A national report card compiled by Education Week Magazine in a list of the nation's high-achieving school systems is giving Maryland a grade of B minus. That's down from just a year ago.
Maryland was knocked from the No. 5 position down to No. 6. This after five straight years of holding down the #1 ranking. The magazine said the nation as a whole received a grade of C.
Maryland received an overall score of B minus or 82.4 percent. The state's lower grade is tied in part to school finance. It received a B in this category based on an analysis that evaluates spending on education and equity in funding across districts within the state.
The less-than-stellar report card is being made public just one day after Gov. Larry Hogan's promise to increase education spending in next year's budget.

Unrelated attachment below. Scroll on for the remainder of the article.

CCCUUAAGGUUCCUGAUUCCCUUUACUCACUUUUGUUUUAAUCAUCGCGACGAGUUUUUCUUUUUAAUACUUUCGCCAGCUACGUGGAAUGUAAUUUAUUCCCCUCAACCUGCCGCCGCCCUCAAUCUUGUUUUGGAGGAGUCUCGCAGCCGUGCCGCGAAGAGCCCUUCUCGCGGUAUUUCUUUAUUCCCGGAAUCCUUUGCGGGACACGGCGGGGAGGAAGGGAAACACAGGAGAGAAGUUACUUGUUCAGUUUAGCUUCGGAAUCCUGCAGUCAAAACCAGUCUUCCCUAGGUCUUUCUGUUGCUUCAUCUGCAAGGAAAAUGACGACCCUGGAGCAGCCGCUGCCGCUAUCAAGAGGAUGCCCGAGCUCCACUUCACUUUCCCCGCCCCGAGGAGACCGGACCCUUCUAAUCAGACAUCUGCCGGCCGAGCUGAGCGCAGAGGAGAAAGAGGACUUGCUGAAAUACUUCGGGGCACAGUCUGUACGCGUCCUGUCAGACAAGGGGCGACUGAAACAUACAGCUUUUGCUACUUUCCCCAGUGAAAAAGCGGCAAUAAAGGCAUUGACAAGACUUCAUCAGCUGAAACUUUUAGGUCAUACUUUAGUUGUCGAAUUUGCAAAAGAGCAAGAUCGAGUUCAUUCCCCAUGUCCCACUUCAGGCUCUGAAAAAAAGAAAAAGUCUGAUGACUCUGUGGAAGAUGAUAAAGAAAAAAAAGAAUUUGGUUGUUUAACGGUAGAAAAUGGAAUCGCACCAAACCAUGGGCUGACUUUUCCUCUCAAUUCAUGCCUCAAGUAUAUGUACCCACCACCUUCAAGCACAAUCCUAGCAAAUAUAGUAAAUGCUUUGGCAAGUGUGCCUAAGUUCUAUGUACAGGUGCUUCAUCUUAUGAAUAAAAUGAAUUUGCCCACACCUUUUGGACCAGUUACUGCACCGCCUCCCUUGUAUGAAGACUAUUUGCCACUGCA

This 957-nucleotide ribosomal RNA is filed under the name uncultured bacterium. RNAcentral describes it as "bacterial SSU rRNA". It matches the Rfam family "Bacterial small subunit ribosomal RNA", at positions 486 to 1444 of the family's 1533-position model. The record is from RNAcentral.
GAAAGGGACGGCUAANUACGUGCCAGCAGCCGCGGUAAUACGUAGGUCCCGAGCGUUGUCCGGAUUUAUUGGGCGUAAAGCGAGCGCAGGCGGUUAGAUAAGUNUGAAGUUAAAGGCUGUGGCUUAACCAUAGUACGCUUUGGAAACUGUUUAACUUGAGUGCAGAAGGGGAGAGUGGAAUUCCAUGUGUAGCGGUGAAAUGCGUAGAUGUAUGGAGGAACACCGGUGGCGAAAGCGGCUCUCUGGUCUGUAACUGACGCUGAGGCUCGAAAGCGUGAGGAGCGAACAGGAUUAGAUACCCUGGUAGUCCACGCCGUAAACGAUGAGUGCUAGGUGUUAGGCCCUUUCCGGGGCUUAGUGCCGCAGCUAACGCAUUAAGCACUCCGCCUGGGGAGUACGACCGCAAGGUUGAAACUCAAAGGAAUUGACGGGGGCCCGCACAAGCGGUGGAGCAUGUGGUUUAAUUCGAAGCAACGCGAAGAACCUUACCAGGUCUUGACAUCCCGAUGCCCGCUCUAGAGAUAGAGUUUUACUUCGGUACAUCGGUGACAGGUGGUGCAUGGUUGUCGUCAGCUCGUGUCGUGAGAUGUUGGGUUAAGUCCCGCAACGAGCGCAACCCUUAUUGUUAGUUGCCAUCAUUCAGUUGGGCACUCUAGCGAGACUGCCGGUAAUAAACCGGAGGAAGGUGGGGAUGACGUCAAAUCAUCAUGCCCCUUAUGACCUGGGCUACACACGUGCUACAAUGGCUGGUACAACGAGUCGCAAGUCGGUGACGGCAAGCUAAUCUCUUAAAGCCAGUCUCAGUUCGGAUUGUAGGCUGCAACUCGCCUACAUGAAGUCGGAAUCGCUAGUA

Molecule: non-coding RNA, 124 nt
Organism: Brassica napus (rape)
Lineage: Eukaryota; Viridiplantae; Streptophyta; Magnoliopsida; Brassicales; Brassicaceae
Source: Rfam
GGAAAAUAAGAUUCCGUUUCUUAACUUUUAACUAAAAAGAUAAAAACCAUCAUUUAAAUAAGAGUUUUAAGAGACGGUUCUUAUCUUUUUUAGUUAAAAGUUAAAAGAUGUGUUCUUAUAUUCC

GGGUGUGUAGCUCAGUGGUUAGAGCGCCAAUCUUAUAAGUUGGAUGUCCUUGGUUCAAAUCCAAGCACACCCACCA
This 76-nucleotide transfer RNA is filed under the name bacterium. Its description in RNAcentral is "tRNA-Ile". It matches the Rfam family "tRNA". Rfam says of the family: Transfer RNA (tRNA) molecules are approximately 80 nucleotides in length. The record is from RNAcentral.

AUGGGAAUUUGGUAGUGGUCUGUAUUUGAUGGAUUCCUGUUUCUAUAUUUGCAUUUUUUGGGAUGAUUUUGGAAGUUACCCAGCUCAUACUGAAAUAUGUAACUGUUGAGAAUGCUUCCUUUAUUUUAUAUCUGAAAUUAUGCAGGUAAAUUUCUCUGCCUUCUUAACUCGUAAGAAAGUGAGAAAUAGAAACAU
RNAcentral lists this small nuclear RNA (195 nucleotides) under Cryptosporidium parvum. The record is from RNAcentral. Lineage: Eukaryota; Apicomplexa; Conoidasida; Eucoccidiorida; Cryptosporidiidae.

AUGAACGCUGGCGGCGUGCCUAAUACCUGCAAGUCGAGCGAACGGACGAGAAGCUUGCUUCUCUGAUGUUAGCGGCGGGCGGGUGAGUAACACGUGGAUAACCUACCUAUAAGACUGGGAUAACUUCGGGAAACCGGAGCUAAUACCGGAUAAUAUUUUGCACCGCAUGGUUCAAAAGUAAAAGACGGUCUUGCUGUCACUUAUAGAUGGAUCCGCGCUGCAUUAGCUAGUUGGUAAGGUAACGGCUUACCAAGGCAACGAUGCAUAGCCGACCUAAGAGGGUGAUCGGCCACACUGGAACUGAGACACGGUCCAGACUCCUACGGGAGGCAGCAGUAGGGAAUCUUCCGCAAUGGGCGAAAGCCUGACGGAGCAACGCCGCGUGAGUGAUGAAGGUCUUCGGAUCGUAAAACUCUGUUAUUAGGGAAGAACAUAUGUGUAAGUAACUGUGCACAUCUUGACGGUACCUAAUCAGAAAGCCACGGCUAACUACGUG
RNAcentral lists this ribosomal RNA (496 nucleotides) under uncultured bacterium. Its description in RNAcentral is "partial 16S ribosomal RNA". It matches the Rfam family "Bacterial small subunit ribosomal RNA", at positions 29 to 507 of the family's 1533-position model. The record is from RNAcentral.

"In this budget, we put a record $6.5 billion into K-12 education, which is above and beyond the spending formula being proposed by Legislature," Hogan said.
The Maryland State Education Association said the governor deserves some of the blame for the low ranking and is calling on him to take the lead in improving public education.
"The governor can see where the deficits are and he has the ability to make a difference, and our students and educators are waiting for him to come through," said Cheryl Bost, MSEA vice president.
Besides being graded on how much it spends, for the second year in a row, Maryland received a C plus for its performance in the category of K-12 education.
Even though its work is not finished, The Kirwan Commission, formed to examine school funding, has been told by a consultant that state and local governments need to increase education funding by at least $3 billion.
Massachusetts was ranked No. 1 in the national school survey, followed by New Jersey, Vermont, New Hampshire and Connecticut.